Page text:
Roche's first-quarter sales rose 10% on strong U.S. demand for rapid COVID-19 antigen tests and specialty drugs but the Swiss drugmaker reaffirmed that a drop in pandemic-related demand would put the brakes on growth.
Chief Executive Severin Schwan predicted much lower COVID related sales, mainly from tests and antibody treatment Ronapreve, from now on.
"There is of course a scenario where there is an upside in the winter season, depending on how COVID-19 will develop but that is not our planning scenario," he said on a call with reporters on Monday.
Roche also reaffirmed that sales of COVID-19 medicines and diagnostics would decrease by about 2 billion Swiss francs this year to around 5 billion francs.
Roche's quarterly sales rose to 16.44 billion Swiss francs ($17.17 billion), up from 14.93 billion Swiss francs in the year-earlier period. That was slightly above a market consensus of about 16 billion francs.
The diagnostics division accounted for most of the positive surprise, reporting sales growth of 24% to 5.3 billion francs on usage of its COVID-19 tests and cardiac tests.
Despite the sales boost, also driven by drugs including Ocrevus against multiple sclerosis as well as Hemlibra against haemophilia, Roche reiterated that it expected currency-adjusted 2022 sales to be flat or grow in the low-single-digit percentage range, below last year's 9% gain.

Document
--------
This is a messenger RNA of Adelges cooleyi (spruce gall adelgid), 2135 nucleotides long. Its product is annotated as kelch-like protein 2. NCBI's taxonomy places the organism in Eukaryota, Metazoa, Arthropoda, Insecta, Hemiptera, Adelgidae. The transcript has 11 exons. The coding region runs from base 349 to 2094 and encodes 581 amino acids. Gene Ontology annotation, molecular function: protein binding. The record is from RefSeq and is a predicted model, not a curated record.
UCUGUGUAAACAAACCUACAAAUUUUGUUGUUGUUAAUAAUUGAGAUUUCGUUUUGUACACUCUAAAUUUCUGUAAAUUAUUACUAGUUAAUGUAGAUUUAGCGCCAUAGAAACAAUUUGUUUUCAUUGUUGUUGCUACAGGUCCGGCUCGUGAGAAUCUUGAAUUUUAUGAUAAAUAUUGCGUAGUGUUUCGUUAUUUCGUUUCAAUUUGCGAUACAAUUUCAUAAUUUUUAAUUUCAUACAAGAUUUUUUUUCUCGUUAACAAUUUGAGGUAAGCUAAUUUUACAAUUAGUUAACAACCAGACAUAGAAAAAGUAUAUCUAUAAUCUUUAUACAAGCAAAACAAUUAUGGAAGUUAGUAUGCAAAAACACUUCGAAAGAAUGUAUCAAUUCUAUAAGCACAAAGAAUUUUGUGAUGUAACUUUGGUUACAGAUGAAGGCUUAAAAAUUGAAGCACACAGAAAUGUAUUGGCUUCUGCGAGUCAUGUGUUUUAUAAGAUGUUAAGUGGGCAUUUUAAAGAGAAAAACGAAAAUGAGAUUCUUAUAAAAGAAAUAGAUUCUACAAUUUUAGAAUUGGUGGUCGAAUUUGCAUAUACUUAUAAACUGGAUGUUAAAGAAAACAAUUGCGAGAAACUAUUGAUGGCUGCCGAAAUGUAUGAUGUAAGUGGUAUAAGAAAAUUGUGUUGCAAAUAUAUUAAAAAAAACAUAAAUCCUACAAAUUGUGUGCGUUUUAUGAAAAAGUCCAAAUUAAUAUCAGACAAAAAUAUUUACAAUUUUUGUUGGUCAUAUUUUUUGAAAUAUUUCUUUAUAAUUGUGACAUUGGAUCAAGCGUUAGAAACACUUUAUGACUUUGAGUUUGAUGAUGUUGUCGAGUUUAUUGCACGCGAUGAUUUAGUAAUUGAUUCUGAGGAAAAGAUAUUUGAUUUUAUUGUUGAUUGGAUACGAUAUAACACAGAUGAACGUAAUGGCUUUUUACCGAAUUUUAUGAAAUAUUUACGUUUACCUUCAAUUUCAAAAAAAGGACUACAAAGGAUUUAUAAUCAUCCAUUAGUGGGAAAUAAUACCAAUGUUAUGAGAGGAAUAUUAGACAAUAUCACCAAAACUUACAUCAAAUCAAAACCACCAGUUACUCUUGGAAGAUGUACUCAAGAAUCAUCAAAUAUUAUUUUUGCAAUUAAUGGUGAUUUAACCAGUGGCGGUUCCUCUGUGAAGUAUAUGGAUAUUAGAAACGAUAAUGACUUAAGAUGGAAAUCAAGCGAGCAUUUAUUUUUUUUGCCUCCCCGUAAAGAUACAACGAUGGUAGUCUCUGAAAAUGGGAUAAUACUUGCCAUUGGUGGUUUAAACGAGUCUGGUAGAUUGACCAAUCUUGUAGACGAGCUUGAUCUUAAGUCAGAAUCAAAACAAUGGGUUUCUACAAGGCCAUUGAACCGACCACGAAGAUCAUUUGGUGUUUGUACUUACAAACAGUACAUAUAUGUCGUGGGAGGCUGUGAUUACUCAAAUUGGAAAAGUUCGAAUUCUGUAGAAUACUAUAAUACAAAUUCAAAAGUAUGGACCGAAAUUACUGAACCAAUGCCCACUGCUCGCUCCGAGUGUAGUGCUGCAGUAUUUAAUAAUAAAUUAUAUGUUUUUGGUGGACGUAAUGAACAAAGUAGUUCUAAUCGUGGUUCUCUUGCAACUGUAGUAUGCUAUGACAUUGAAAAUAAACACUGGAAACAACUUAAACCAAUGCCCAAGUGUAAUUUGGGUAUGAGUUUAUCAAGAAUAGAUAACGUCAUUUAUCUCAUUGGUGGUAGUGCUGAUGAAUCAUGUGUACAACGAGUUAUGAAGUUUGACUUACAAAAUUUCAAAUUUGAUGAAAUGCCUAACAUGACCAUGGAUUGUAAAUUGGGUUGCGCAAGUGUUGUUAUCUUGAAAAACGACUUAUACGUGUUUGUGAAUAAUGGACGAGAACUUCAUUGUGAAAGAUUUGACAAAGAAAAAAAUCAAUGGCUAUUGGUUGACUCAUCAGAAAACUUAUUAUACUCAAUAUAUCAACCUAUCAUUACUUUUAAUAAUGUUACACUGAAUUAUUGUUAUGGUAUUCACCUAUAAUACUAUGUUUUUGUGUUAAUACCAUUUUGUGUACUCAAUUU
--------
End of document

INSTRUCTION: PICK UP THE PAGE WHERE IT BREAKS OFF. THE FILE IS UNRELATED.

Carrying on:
Ocrevus revenue gained 18% to reach 1.45 billion francs and Hemlibra sales jumped 30% to 853 million francs, offsetting a decline in established off-patent cancer medicines Herceptin, Avastin and Rituxan due to cheaper rival products.
Roche's shares were down 1.6% at 0915 GMT, a slightly worse performance than a 1.5% decline in the STOXX Europe 600 Health Care index as some drugs, including cancer immune-therapy Tecentriq, had slower-than-expected sales growth.
Roche also said an oral drug candidate giredestrant to fight a common type of breast cancer failed to slow disease progression in a mid-stage clinical trial in women that had gone through other treatments, but the broader trial programme would continue.
Rival Sanofi last month suffered a similar development setback in the same class of drugs, known as oral SERDs, designed to fight tumours that grow in response to oestrogen.
The new pills, including one by AstraZeneca, would be a more convenient option for patients than painful monthly shots that are now the standard.
($1 = 0.9577 Swiss francs)
(Reporting by Ludwig Burger Editing by Miranda Murray and Jane Merriman)